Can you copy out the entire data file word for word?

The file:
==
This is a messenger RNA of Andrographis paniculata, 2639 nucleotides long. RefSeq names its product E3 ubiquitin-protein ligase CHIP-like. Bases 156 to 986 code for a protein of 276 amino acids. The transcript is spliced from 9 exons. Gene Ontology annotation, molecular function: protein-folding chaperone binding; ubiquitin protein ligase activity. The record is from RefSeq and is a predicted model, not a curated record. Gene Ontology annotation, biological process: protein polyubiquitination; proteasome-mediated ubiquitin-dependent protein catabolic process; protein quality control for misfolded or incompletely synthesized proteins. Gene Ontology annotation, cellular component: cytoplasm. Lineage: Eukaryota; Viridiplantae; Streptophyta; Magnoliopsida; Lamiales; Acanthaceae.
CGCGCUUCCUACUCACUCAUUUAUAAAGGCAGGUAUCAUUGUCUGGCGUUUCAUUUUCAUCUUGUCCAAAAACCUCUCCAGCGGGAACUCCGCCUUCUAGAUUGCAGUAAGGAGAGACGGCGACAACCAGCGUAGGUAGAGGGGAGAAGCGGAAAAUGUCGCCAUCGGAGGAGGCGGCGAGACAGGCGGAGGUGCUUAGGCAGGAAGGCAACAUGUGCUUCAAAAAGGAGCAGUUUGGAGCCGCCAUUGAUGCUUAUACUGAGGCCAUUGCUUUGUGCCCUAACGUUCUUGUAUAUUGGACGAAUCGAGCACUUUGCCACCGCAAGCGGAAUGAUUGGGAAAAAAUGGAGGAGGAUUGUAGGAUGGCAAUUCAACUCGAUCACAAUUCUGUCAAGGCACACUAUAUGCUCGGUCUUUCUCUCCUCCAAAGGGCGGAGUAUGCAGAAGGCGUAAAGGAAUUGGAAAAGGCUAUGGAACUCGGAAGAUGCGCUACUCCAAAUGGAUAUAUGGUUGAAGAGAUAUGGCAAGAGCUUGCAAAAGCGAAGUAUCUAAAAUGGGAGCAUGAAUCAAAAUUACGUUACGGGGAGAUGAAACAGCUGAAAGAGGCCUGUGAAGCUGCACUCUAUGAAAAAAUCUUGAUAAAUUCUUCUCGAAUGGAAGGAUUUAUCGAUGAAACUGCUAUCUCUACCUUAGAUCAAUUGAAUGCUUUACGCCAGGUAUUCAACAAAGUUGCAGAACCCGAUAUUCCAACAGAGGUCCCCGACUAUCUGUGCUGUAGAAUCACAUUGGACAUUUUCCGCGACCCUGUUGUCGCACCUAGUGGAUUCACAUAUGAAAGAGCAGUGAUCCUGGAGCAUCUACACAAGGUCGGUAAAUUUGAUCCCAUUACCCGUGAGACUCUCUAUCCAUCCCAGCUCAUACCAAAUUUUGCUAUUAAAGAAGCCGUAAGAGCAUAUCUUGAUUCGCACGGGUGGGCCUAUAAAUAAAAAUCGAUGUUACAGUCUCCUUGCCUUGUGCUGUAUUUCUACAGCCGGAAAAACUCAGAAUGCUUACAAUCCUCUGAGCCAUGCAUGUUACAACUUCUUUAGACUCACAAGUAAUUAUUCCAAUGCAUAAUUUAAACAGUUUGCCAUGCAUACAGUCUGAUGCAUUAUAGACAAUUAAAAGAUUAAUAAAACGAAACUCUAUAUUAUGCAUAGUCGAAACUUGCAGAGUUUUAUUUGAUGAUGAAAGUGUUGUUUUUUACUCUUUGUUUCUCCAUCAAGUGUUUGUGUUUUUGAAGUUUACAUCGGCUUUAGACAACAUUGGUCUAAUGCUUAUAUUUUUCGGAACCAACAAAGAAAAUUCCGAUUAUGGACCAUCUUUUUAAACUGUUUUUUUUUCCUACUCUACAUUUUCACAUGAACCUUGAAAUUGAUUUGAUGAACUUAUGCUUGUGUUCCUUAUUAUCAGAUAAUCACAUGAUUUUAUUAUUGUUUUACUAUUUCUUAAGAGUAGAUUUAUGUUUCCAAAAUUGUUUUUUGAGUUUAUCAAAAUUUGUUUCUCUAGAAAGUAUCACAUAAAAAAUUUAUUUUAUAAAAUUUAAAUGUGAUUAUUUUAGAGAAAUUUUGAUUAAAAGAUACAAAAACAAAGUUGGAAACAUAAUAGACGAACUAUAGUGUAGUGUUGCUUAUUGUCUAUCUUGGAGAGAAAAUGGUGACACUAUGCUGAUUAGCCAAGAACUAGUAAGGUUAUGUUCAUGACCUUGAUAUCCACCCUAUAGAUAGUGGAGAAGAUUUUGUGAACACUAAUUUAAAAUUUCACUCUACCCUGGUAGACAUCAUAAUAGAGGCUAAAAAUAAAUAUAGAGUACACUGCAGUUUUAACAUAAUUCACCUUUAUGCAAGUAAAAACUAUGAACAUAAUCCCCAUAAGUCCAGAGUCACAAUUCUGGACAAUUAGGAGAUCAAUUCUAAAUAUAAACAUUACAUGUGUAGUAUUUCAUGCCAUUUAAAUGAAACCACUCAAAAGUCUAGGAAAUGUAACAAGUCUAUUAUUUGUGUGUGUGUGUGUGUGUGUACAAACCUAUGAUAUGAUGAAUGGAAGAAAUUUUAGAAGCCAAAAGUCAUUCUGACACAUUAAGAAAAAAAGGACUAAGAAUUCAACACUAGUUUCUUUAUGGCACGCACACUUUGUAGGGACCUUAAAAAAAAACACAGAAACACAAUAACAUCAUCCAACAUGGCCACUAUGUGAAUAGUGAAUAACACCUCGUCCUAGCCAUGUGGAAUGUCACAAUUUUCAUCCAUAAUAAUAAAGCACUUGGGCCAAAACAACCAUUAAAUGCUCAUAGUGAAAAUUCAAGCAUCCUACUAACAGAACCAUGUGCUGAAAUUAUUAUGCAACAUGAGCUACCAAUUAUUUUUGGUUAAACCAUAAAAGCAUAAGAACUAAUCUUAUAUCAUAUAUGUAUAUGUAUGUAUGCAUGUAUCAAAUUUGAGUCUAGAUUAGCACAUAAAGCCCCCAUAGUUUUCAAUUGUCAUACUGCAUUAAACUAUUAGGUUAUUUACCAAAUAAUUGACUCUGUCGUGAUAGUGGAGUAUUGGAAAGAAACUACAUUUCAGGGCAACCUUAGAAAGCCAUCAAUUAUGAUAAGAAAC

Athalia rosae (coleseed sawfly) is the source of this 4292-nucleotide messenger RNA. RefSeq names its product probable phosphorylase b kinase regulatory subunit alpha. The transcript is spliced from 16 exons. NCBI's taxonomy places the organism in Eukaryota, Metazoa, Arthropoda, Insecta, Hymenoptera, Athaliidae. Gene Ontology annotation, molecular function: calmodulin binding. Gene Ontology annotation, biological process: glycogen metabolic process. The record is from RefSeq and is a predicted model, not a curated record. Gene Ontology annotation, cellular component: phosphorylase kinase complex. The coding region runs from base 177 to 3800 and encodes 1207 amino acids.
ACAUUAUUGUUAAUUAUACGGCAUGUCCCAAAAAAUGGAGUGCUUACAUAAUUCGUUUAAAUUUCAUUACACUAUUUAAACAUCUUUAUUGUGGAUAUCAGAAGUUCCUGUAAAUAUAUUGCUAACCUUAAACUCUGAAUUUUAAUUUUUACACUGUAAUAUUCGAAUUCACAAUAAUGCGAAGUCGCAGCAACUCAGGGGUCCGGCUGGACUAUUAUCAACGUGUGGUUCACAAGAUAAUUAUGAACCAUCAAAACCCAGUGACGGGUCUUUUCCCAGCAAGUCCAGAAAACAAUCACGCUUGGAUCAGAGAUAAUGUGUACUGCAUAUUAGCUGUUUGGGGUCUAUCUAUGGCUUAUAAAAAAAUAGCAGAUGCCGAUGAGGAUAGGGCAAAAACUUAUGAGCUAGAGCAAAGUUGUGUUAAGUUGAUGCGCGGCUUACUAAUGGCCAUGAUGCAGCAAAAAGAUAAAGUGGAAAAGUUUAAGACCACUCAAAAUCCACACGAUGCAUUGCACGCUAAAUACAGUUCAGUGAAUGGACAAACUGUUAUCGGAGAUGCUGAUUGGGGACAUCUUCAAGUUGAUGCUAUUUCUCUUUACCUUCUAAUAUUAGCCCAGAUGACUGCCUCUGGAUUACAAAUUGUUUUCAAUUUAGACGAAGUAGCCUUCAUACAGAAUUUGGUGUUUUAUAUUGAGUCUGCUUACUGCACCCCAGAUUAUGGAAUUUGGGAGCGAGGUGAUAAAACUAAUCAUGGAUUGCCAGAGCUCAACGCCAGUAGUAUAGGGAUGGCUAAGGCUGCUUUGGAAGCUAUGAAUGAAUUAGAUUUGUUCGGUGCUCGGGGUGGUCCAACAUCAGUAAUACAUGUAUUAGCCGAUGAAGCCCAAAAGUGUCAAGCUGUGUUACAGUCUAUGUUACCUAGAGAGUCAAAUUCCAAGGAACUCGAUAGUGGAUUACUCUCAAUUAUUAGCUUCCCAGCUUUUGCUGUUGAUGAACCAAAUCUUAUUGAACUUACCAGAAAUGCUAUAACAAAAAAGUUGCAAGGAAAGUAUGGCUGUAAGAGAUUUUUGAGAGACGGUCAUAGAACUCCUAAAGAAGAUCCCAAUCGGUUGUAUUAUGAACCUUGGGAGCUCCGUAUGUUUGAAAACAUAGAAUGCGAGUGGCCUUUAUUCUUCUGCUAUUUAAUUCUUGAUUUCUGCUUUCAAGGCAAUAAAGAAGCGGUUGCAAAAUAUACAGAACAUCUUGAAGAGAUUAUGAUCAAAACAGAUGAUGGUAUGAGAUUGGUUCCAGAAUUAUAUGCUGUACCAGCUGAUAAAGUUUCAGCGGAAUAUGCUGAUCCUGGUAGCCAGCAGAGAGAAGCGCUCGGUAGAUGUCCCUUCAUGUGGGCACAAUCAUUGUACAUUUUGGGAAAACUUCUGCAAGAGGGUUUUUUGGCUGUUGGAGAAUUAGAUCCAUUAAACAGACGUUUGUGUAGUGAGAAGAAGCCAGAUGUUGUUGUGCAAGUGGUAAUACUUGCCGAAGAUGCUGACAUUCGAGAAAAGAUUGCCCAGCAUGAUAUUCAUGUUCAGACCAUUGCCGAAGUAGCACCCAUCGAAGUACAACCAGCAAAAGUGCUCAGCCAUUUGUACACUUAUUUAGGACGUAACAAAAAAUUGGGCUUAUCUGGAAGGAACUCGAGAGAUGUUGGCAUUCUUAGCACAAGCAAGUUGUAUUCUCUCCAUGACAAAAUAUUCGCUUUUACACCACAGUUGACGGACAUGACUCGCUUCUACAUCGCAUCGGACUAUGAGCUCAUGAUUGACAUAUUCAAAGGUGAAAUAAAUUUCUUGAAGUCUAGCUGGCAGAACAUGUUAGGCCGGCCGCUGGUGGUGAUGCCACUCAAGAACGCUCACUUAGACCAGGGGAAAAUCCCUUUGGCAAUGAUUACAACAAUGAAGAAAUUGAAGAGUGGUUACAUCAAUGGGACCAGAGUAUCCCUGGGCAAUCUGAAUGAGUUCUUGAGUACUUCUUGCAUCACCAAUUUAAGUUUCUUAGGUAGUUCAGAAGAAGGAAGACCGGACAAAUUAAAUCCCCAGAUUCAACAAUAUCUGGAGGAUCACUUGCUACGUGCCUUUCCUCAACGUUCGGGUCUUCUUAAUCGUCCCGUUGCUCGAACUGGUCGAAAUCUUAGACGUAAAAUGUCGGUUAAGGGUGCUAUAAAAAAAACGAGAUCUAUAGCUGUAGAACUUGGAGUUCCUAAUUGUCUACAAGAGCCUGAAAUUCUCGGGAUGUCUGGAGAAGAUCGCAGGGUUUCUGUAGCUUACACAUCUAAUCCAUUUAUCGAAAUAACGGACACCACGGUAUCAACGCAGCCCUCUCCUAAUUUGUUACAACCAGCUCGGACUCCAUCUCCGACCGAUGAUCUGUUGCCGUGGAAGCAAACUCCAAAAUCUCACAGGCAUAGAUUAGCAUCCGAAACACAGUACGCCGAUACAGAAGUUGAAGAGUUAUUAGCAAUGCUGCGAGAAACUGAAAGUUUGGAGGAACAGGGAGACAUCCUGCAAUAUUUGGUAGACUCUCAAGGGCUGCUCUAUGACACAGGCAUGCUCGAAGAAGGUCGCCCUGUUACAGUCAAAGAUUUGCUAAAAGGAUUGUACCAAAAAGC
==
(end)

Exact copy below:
This is a messenger RNA of Andrographis paniculata, 2639 nucleotides long. RefSeq names its product E3 ubiquitin-protein ligase CHIP-like. Bases 156 to 986 code for a protein of 276 amino acids. The transcript is spliced from 9 exons. Gene Ontology annotation, molecular function: protein-folding chaperone binding; ubiquitin protein ligase activity. The record is from RefSeq and is a predicted model, not a curated record. Gene Ontology annotation, biological process: protein polyubiquitination; proteasome-mediated ubiquitin-dependent protein catabolic process; protein quality control for misfolded or incompletely synthesized proteins. Gene Ontology annotation, cellular component: cytoplasm. Lineage: Eukaryota; Viridiplantae; Streptophyta; Magnoliopsida; Lamiales; Acanthaceae.
CGCGCUUCCUACUCACUCAUUUAUAAAGGCAGGUAUCAUUGUCUGGCGUUUCAUUUUCAUCUUGUCCAAAAACCUCUCCAGCGGGAACUCCGCCUUCUAGAUUGCAGUAAGGAGAGACGGCGACAACCAGCGUAGGUAGAGGGGAGAAGCGGAAAAUGUCGCCAUCGGAGGAGGCGGCGAGACAGGCGGAGGUGCUUAGGCAGGAAGGCAACAUGUGCUUCAAAAAGGAGCAGUUUGGAGCCGCCAUUGAUGCUUAUACUGAGGCCAUUGCUUUGUGCCCUAACGUUCUUGUAUAUUGGACGAAUCGAGCACUUUGCCACCGCAAGCGGAAUGAUUGGGAAAAAAUGGAGGAGGAUUGUAGGAUGGCAAUUCAACUCGAUCACAAUUCUGUCAAGGCACACUAUAUGCUCGGUCUUUCUCUCCUCCAAAGGGCGGAGUAUGCAGAAGGCGUAAAGGAAUUGGAAAAGGCUAUGGAACUCGGAAGAUGCGCUACUCCAAAUGGAUAUAUGGUUGAAGAGAUAUGGCAAGAGCUUGCAAAAGCGAAGUAUCUAAAAUGGGAGCAUGAAUCAAAAUUACGUUACGGGGAGAUGAAACAGCUGAAAGAGGCCUGUGAAGCUGCACUCUAUGAAAAAAUCUUGAUAAAUUCUUCUCGAAUGGAAGGAUUUAUCGAUGAAACUGCUAUCUCUACCUUAGAUCAAUUGAAUGCUUUACGCCAGGUAUUCAACAAAGUUGCAGAACCCGAUAUUCCAACAGAGGUCCCCGACUAUCUGUGCUGUAGAAUCACAUUGGACAUUUUCCGCGACCCUGUUGUCGCACCUAGUGGAUUCACAUAUGAAAGAGCAGUGAUCCUGGAGCAUCUACACAAGGUCGGUAAAUUUGAUCCCAUUACCCGUGAGACUCUCUAUCCAUCCCAGCUCAUACCAAAUUUUGCUAUUAAAGAAGCCGUAAGAGCAUAUCUUGAUUCGCACGGGUGGGCCUAUAAAUAAAAAUCGAUGUUACAGUCUCCUUGCCUUGUGCUGUAUUUCUACAGCCGGAAAAACUCAGAAUGCUUACAAUCCUCUGAGCCAUGCAUGUUACAACUUCUUUAGACUCACAAGUAAUUAUUCCAAUGCAUAAUUUAAACAGUUUGCCAUGCAUACAGUCUGAUGCAUUAUAGACAAUUAAAAGAUUAAUAAAACGAAACUCUAUAUUAUGCAUAGUCGAAACUUGCAGAGUUUUAUUUGAUGAUGAAAGUGUUGUUUUUUACUCUUUGUUUCUCCAUCAAGUGUUUGUGUUUUUGAAGUUUACAUCGGCUUUAGACAACAUUGGUCUAAUGCUUAUAUUUUUCGGAACCAACAAAGAAAAUUCCGAUUAUGGACCAUCUUUUUAAACUGUUUUUUUUUCCUACUCUACAUUUUCACAUGAACCUUGAAAUUGAUUUGAUGAACUUAUGCUUGUGUUCCUUAUUAUCAGAUAAUCACAUGAUUUUAUUAUUGUUUUACUAUUUCUUAAGAGUAGAUUUAUGUUUCCAAAAUUGUUUUUUGAGUUUAUCAAAAUUUGUUUCUCUAGAAAGUAUCACAUAAAAAAUUUAUUUUAUAAAAUUUAAAUGUGAUUAUUUUAGAGAAAUUUUGAUUAAAAGAUACAAAAACAAAGUUGGAAACAUAAUAGACGAACUAUAGUGUAGUGUUGCUUAUUGUCUAUCUUGGAGAGAAAAUGGUGACACUAUGCUGAUUAGCCAAGAACUAGUAAGGUUAUGUUCAUGACCUUGAUAUCCACCCUAUAGAUAGUGGAGAAGAUUUUGUGAACACUAAUUUAAAAUUUCACUCUACCCUGGUAGACAUCAUAAUAGAGGCUAAAAAUAAAUAUAGAGUACACUGCAGUUUUAACAUAAUUCACCUUUAUGCAAGUAAAAACUAUGAACAUAAUCCCCAUAAGUCCAGAGUCACAAUUCUGGACAAUUAGGAGAUCAAUUCUAAAUAUAAACAUUACAUGUGUAGUAUUUCAUGCCAUUUAAAUGAAACCACUCAAAAGUCUAGGAAAUGUAACAAGUCUAUUAUUUGUGUGUGUGUGUGUGUGUGUACAAACCUAUGAUAUGAUGAAUGGAAGAAAUUUUAGAAGCCAAAAGUCAUUCUGACACAUUAAGAAAAAAAGGACUAAGAAUUCAACACUAGUUUCUUUAUGGCACGCACACUUUGUAGGGACCUUAAAAAAAAACACAGAAACACAAUAACAUCAUCCAACAUGGCCACUAUGUGAAUAGUGAAUAACACCUCGUCCUAGCCAUGUGGAAUGUCACAAUUUUCAUCCAUAAUAAUAAAGCACUUGGGCCAAAACAACCAUUAAAUGCUCAUAGUGAAAAUUCAAGCAUCCUACUAACAGAACCAUGUGCUGAAAUUAUUAUGCAACAUGAGCUACCAAUUAUUUUUGGUUAAACCAUAAAAGCAUAAGAACUAAUCUUAUAUCAUAUAUGUAUAUGUAUGUAUGCAUGUAUCAAAUUUGAGUCUAGAUUAGCACAUAAAGCCCCCAUAGUUUUCAAUUGUCAUACUGCAUUAAACUAUUAGGUUAUUUACCAAAUAAUUGACUCUGUCGUGAUAGUGGAGUAUUGGAAAGAAACUACAUUUCAGGGCAACCUUAGAAAGCCAUCAAUUAUGAUAAGAAAC

Athalia rosae (coleseed sawfly) is the source of this 4292-nucleotide messenger RNA. RefSeq names its product probable phosphorylase b kinase regulatory subunit alpha. The transcript is spliced from 16 exons. NCBI's taxonomy places the organism in Eukaryota, Metazoa, Arthropoda, Insecta, Hymenoptera, Athaliidae. Gene Ontology annotation, molecular function: calmodulin binding. Gene Ontology annotation, biological process: glycogen metabolic process. The record is from RefSeq and is a predicted model, not a curated record. Gene Ontology annotation, cellular component: phosphorylase kinase complex. The coding region runs from base 177 to 3800 and encodes 1207 amino acids.
ACAUUAUUGUUAAUUAUACGGCAUGUCCCAAAAAAUGGAGUGCUUACAUAAUUCGUUUAAAUUUCAUUACACUAUUUAAACAUCUUUAUUGUGGAUAUCAGAAGUUCCUGUAAAUAUAUUGCUAACCUUAAACUCUGAAUUUUAAUUUUUACACUGUAAUAUUCGAAUUCACAAUAAUGCGAAGUCGCAGCAACUCAGGGGUCCGGCUGGACUAUUAUCAACGUGUGGUUCACAAGAUAAUUAUGAACCAUCAAAACCCAGUGACGGGUCUUUUCCCAGCAAGUCCAGAAAACAAUCACGCUUGGAUCAGAGAUAAUGUGUACUGCAUAUUAGCUGUUUGGGGUCUAUCUAUGGCUUAUAAAAAAAUAGCAGAUGCCGAUGAGGAUAGGGCAAAAACUUAUGAGCUAGAGCAAAGUUGUGUUAAGUUGAUGCGCGGCUUACUAAUGGCCAUGAUGCAGCAAAAAGAUAAAGUGGAAAAGUUUAAGACCACUCAAAAUCCACACGAUGCAUUGCACGCUAAAUACAGUUCAGUGAAUGGACAAACUGUUAUCGGAGAUGCUGAUUGGGGACAUCUUCAAGUUGAUGCUAUUUCUCUUUACCUUCUAAUAUUAGCCCAGAUGACUGCCUCUGGAUUACAAAUUGUUUUCAAUUUAGACGAAGUAGCCUUCAUACAGAAUUUGGUGUUUUAUAUUGAGUCUGCUUACUGCACCCCAGAUUAUGGAAUUUGGGAGCGAGGUGAUAAAACUAAUCAUGGAUUGCCAGAGCUCAACGCCAGUAGUAUAGGGAUGGCUAAGGCUGCUUUGGAAGCUAUGAAUGAAUUAGAUUUGUUCGGUGCUCGGGGUGGUCCAACAUCAGUAAUACAUGUAUUAGCCGAUGAAGCCCAAAAGUGUCAAGCUGUGUUACAGUCUAUGUUACCUAGAGAGUCAAAUUCCAAGGAACUCGAUAGUGGAUUACUCUCAAUUAUUAGCUUCCCAGCUUUUGCUGUUGAUGAACCAAAUCUUAUUGAACUUACCAGAAAUGCUAUAACAAAAAAGUUGCAAGGAAAGUAUGGCUGUAAGAGAUUUUUGAGAGACGGUCAUAGAACUCCUAAAGAAGAUCCCAAUCGGUUGUAUUAUGAACCUUGGGAGCUCCGUAUGUUUGAAAACAUAGAAUGCGAGUGGCCUUUAUUCUUCUGCUAUUUAAUUCUUGAUUUCUGCUUUCAAGGCAAUAAAGAAGCGGUUGCAAAAUAUACAGAACAUCUUGAAGAGAUUAUGAUCAAAACAGAUGAUGGUAUGAGAUUGGUUCCAGAAUUAUAUGCUGUACCAGCUGAUAAAGUUUCAGCGGAAUAUGCUGAUCCUGGUAGCCAGCAGAGAGAAGCGCUCGGUAGAUGUCCCUUCAUGUGGGCACAAUCAUUGUACAUUUUGGGAAAACUUCUGCAAGAGGGUUUUUUGGCUGUUGGAGAAUUAGAUCCAUUAAACAGACGUUUGUGUAGUGAGAAGAAGCCAGAUGUUGUUGUGCAAGUGGUAAUACUUGCCGAAGAUGCUGACAUUCGAGAAAAGAUUGCCCAGCAUGAUAUUCAUGUUCAGACCAUUGCCGAAGUAGCACCCAUCGAAGUACAACCAGCAAAAGUGCUCAGCCAUUUGUACACUUAUUUAGGACGUAACAAAAAAUUGGGCUUAUCUGGAAGGAACUCGAGAGAUGUUGGCAUUCUUAGCACAAGCAAGUUGUAUUCUCUCCAUGACAAAAUAUUCGCUUUUACACCACAGUUGACGGACAUGACUCGCUUCUACAUCGCAUCGGACUAUGAGCUCAUGAUUGACAUAUUCAAAGGUGAAAUAAAUUUCUUGAAGUCUAGCUGGCAGAACAUGUUAGGCCGGCCGCUGGUGGUGAUGCCACUCAAGAACGCUCACUUAGACCAGGGGAAAAUCCCUUUGGCAAUGAUUACAACAAUGAAGAAAUUGAAGAGUGGUUACAUCAAUGGGACCAGAGUAUCCCUGGGCAAUCUGAAUGAGUUCUUGAGUACUUCUUGCAUCACCAAUUUAAGUUUCUUAGGUAGUUCAGAAGAAGGAAGACCGGACAAAUUAAAUCCCCAGAUUCAACAAUAUCUGGAGGAUCACUUGCUACGUGCCUUUCCUCAACGUUCGGGUCUUCUUAAUCGUCCCGUUGCUCGAACUGGUCGAAAUCUUAGACGUAAAAUGUCGGUUAAGGGUGCUAUAAAAAAAACGAGAUCUAUAGCUGUAGAACUUGGAGUUCCUAAUUGUCUACAAGAGCCUGAAAUUCUCGGGAUGUCUGGAGAAGAUCGCAGGGUUUCUGUAGCUUACACAUCUAAUCCAUUUAUCGAAAUAACGGACACCACGGUAUCAACGCAGCCCUCUCCUAAUUUGUUACAACCAGCUCGGACUCCAUCUCCGACCGAUGAUCUGUUGCCGUGGAAGCAAACUCCAAAAUCUCACAGGCAUAGAUUAGCAUCCGAAACACAGUACGCCGAUACAGAAGUUGAAGAGUUAUUAGCAAUGCUGCGAGAAACUGAAAGUUUGGAGGAACAGGGAGACAUCCUGCAAUAUUUGGUAGACUCUCAAGGGCUGCUCUAUGACACAGGCAUGCUCGAAGAAGGUCGCCCUGUUACAGUCAAAGAUUUGCUAAAAGGAUUGUACCAAAAAGC